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Emerging Threats

15 types of hackers + hacking protection tips for 2022

May 2, 2022

From smart homes to NFTs, cryptocurrency and everything in between, the world we live in today wouldn’t be the same without our connection to the internet. However, this digital age also has brought forth different types of hackers looking to rain on our Cyber Safety parades.  

And even as they’ve spent years trying to perfect their hacking methods, we’ve had just as much time learning how to adapt and protect ourselves. In this guide, you’ll learn about the types of hackers you should be aware of and gain insight into their motivations and goals. We’ve even included hacking protection tips that can help keep your devices, privacy, and identity safe. 

So, without further ado, these are the types of hackers you must know in 2022: 

Black hat hackers

An illustration accompanies a black hat hacker definition, explaining why they are one of the types of hackers to look out for.


Also known as criminal hackers, you could view a black hat hacker as your stereotypical cybercriminal. They work tirelessly to break into personal devices and networks in search of sensitive data they can steal and use to make a profit. These cyberthieves are experts at using devious cyberattacks, such as ransomware, spyware, and more, to get their hands on the information they’re after. 

You might even recall hearing about the NBA’s Houston Rockets falling victim to a cyberattack[CS5]  in early 2021. Black hat hackers were able to use ransomware to compromise over 500 GB worth of contracts, non-disclosure agreements, and sensitive financial documents. Black hat hackers used blackmail to threaten the  release of these documents.

Hacker motivation + goal: Steal personal information to use and/or sell to make a profit 

Potential targets: Everyday people and businesses

White hat hackers

An illustration accompanies a white hat hacker definition, explaining why they are one of the types of hackers to look out for.


White hat hackers have the same skills as black hat hackers, but their main difference is their intentions hacker’s intentions. White hat hackers break into systems to spot security flaws to help governments, businesses, and  everyday citizens avoid cyberattacks. 

For example, a business may be experiencing frustrating network issues, such as system crashes or reduced speed.  Instead of upgrading the entire network, companies may hire a white hat hacker to spot potential security flaws  that could allow hackers to cause these issues. 

Hacker motivation + goal: Spot security flaws that ill-intentioned hackers could use to their advantage  

Potential targets: Black hat hackers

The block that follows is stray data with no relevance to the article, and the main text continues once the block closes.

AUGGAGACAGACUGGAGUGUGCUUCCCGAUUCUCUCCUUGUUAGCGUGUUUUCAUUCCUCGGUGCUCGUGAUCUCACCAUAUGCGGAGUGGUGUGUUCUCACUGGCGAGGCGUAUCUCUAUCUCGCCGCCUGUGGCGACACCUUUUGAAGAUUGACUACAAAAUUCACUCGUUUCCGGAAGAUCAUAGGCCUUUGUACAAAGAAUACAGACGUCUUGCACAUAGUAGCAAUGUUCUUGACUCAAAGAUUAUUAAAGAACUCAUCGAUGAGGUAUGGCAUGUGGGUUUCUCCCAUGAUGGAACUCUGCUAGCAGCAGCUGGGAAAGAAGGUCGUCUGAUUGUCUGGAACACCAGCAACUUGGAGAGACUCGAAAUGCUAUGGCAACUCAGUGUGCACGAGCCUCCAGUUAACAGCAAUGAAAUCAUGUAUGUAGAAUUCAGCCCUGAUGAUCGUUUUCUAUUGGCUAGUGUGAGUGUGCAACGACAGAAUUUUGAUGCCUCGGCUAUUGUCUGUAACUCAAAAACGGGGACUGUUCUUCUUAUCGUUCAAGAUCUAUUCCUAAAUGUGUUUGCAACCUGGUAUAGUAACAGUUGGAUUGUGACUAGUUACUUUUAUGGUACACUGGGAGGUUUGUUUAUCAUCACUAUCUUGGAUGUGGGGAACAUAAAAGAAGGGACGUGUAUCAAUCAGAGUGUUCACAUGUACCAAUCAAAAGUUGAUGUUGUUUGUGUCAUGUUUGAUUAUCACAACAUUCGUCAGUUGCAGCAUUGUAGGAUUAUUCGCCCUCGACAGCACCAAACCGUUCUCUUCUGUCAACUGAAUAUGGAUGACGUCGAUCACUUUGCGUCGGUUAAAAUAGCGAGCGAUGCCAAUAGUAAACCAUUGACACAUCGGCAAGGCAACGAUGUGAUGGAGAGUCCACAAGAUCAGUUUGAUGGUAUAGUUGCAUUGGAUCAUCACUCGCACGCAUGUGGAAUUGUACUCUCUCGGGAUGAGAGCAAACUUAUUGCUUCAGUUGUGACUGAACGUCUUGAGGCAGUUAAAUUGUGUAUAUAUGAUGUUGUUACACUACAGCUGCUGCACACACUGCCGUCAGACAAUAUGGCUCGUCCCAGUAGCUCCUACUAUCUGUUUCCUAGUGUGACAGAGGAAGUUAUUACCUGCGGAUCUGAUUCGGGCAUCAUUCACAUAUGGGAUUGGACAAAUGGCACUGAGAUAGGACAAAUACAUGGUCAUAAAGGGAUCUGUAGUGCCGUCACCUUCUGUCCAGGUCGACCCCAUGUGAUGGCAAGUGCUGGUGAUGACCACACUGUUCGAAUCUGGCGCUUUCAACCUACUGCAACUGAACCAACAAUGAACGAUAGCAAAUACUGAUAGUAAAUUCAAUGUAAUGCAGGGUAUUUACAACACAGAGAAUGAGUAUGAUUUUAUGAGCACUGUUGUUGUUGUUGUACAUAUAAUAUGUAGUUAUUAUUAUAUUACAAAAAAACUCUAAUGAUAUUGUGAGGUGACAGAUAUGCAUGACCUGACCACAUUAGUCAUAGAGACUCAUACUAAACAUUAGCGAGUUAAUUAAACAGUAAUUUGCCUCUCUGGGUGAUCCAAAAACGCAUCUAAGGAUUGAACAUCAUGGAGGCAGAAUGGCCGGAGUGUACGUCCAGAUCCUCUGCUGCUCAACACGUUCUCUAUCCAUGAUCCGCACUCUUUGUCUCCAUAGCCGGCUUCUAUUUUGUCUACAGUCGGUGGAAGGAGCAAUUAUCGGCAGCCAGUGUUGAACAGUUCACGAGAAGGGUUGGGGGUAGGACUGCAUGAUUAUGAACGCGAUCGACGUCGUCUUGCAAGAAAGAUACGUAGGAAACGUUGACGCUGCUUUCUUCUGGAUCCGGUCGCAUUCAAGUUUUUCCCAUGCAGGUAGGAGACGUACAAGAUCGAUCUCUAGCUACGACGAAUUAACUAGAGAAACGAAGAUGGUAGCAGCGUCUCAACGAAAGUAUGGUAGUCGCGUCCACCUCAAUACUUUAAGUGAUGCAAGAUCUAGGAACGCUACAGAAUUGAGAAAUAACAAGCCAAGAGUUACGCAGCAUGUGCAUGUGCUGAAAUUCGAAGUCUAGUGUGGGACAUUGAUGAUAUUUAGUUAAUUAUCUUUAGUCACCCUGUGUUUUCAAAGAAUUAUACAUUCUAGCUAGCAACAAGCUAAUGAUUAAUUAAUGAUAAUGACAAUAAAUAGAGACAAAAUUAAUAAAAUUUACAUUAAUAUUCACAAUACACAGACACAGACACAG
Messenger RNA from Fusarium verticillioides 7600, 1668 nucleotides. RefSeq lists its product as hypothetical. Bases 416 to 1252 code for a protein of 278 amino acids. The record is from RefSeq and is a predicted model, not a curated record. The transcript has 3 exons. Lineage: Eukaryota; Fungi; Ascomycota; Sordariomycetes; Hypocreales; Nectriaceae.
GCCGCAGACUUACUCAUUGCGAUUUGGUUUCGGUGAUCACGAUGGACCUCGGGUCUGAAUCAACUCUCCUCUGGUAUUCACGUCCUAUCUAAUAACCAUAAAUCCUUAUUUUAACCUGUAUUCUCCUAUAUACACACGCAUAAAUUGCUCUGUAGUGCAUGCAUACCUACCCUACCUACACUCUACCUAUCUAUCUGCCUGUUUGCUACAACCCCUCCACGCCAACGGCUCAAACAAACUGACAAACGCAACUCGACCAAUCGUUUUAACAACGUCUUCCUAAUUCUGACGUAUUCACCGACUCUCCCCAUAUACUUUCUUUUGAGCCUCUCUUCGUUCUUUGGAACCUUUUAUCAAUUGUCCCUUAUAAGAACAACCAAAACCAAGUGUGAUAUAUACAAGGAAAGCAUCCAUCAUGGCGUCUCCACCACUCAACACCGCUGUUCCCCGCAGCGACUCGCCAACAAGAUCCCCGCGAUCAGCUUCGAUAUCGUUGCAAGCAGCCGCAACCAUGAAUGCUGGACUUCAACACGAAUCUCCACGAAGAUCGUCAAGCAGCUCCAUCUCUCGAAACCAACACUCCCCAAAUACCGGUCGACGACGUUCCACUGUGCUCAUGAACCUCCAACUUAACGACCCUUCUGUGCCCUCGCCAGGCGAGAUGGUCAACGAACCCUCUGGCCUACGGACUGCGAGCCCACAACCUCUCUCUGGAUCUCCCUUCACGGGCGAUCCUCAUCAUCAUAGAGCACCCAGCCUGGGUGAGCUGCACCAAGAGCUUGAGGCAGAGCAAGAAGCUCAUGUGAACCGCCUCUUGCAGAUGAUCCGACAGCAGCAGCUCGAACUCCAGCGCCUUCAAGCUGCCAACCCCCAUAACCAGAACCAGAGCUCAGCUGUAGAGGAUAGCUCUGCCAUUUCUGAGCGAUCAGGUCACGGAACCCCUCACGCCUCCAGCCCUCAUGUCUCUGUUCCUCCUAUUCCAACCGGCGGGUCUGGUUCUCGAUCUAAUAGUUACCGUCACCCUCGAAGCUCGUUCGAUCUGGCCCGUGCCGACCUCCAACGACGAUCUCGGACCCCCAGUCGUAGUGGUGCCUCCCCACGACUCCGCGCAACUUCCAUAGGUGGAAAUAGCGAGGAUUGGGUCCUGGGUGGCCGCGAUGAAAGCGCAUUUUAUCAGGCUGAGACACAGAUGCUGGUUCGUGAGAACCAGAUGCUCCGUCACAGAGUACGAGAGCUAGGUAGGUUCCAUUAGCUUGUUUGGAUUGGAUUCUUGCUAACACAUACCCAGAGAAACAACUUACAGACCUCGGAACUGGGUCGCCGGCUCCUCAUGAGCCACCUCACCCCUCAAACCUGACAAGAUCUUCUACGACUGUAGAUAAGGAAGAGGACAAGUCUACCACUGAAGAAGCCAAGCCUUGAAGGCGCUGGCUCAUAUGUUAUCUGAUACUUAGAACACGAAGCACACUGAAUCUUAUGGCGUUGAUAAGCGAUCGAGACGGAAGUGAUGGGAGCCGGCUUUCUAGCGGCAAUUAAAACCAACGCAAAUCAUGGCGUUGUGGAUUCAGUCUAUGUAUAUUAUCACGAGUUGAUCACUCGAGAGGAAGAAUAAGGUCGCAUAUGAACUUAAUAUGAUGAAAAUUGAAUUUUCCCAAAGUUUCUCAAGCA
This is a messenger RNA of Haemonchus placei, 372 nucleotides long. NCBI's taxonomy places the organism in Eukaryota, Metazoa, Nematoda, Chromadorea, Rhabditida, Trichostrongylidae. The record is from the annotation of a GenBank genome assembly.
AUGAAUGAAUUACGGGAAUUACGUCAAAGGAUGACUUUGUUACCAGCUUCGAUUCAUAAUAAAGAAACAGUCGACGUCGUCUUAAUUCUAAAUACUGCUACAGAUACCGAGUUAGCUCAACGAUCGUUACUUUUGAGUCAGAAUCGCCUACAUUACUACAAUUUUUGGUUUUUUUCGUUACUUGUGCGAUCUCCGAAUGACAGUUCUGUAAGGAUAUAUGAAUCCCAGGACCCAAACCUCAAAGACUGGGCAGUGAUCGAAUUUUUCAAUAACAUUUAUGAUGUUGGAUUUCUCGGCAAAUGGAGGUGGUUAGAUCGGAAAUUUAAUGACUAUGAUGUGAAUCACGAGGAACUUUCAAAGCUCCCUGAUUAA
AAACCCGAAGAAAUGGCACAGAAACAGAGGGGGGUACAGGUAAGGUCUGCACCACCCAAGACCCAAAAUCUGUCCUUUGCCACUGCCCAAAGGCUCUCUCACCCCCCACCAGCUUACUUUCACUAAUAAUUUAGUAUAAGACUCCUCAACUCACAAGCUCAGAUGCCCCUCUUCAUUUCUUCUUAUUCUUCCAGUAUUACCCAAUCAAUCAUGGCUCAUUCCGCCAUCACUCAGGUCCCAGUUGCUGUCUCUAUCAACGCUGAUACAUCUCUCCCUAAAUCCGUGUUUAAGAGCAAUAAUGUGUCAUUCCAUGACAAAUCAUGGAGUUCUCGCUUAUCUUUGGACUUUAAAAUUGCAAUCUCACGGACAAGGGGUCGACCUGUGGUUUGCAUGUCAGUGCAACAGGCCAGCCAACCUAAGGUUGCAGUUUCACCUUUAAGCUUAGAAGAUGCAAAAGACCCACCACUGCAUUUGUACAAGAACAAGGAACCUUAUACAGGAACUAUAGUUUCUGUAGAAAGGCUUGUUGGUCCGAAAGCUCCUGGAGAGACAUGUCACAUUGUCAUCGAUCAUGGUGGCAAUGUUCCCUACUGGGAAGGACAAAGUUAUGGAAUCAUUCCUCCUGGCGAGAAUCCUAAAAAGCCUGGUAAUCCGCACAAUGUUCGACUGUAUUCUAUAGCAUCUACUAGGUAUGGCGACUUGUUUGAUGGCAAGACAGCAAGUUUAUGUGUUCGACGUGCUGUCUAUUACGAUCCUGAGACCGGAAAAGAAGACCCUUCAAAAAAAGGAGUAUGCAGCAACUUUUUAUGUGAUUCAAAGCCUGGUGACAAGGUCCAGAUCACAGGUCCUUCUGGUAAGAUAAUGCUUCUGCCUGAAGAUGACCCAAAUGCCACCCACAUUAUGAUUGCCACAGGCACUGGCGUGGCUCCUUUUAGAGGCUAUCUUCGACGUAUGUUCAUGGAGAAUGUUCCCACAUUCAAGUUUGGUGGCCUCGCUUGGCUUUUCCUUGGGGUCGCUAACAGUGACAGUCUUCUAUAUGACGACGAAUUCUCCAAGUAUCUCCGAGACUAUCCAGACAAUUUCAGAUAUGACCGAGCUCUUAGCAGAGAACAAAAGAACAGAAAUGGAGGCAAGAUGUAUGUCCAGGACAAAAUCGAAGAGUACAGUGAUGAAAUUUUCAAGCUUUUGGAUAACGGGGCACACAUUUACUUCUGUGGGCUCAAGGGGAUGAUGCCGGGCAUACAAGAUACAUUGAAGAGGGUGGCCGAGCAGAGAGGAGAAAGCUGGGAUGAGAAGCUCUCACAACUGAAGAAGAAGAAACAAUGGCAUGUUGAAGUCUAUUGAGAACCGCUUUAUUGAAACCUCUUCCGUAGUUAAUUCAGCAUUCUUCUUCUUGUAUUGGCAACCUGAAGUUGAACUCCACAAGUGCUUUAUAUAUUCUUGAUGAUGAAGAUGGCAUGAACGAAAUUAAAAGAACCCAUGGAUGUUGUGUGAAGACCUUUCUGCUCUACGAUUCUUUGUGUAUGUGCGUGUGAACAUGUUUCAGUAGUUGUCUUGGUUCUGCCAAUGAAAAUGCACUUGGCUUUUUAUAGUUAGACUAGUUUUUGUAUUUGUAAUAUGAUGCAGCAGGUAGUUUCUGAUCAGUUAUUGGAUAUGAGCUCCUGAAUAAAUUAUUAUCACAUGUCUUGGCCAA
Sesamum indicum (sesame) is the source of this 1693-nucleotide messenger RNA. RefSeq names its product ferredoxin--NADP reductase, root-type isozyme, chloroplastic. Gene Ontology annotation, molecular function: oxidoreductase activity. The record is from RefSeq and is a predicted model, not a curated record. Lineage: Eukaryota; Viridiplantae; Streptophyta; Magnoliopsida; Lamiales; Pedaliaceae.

Red hat hackers

Red hat hackers are like white hat hackers. But instead of everyday businesses or governments hiring these  hackers to spot and stop black hat hackers, they take it upon themselves to get the job done. Often dubbed the “Robin Hoods of hacking,” these dark web wizards take back what was stolen to provide for those in need. 

In recent events, a red hat hacker was able to steal $50 million from a liquidity pool established by a group of cryptocurrency investors. This was in an effort to provide support to charities in need of financial assistance. The  hacker did leave a note saying they would return funds to anyone who had less than $100,000 to their name. 

Hacker motivation + goal: Work effortlessly to stop black hat hacker cyberattacks

Potential targets: Black hat hackers

Gray hat hackers

Gray hackers only think of hacking as a hobby, known by many as “just for fun” hackers. They get enjoyment from  finding gaps in security networks and might even let the network know they found these gaps. Nonetheless, some still find this type of hacker frustrating, because they hack private networks without permission.

Reports from 2018 tell a story of a Russian-speaking gray hat hacker that broke into more than 100,000 private routers. Though many believed they were up to no good, they found that the hacker was fixing security issues that would protect them from black hat hackers, cryptojackers, and other types of hackers and cyberthreats. 

Hacker motivation + goal: Hack private networks to spot security flaws and/or protect against other cyberthreats  

Potential victims: Everyday people and businesses

Green hat hackers

Green hat hackers are hackers-in-training. Though not as experienced with online scamming as black hat hackers,  green hat hackers commit themselves to advancing their skills to one day fill their shoes. Once they find a hacker  they can learn from, green hat hackers will spend the time it takes to become a full-fledged hacker. 

Hacker motivation + goal: Find a hacker they can learn from to one day become a black hat hacker

Potential victims: Everyday users and businesses

Blue hat hackers

Blue hat hackers closely resemble white hat hackers, but instead of breaking into systems or software that a business is already using, a business will give the blue hacker access beforehand to test it for flaws. That way, the organization can lower the potential risk before making the decision to update systems.

Still confused? Let’s say there's a new file-sharing system a company wants to implement. The last thing they want is for hackers to be able to easily break in and compromise their confidential data. So, they'll contract a hacker to test the system before making a final decision. If it proves to be sufficiently protected, the software is a go.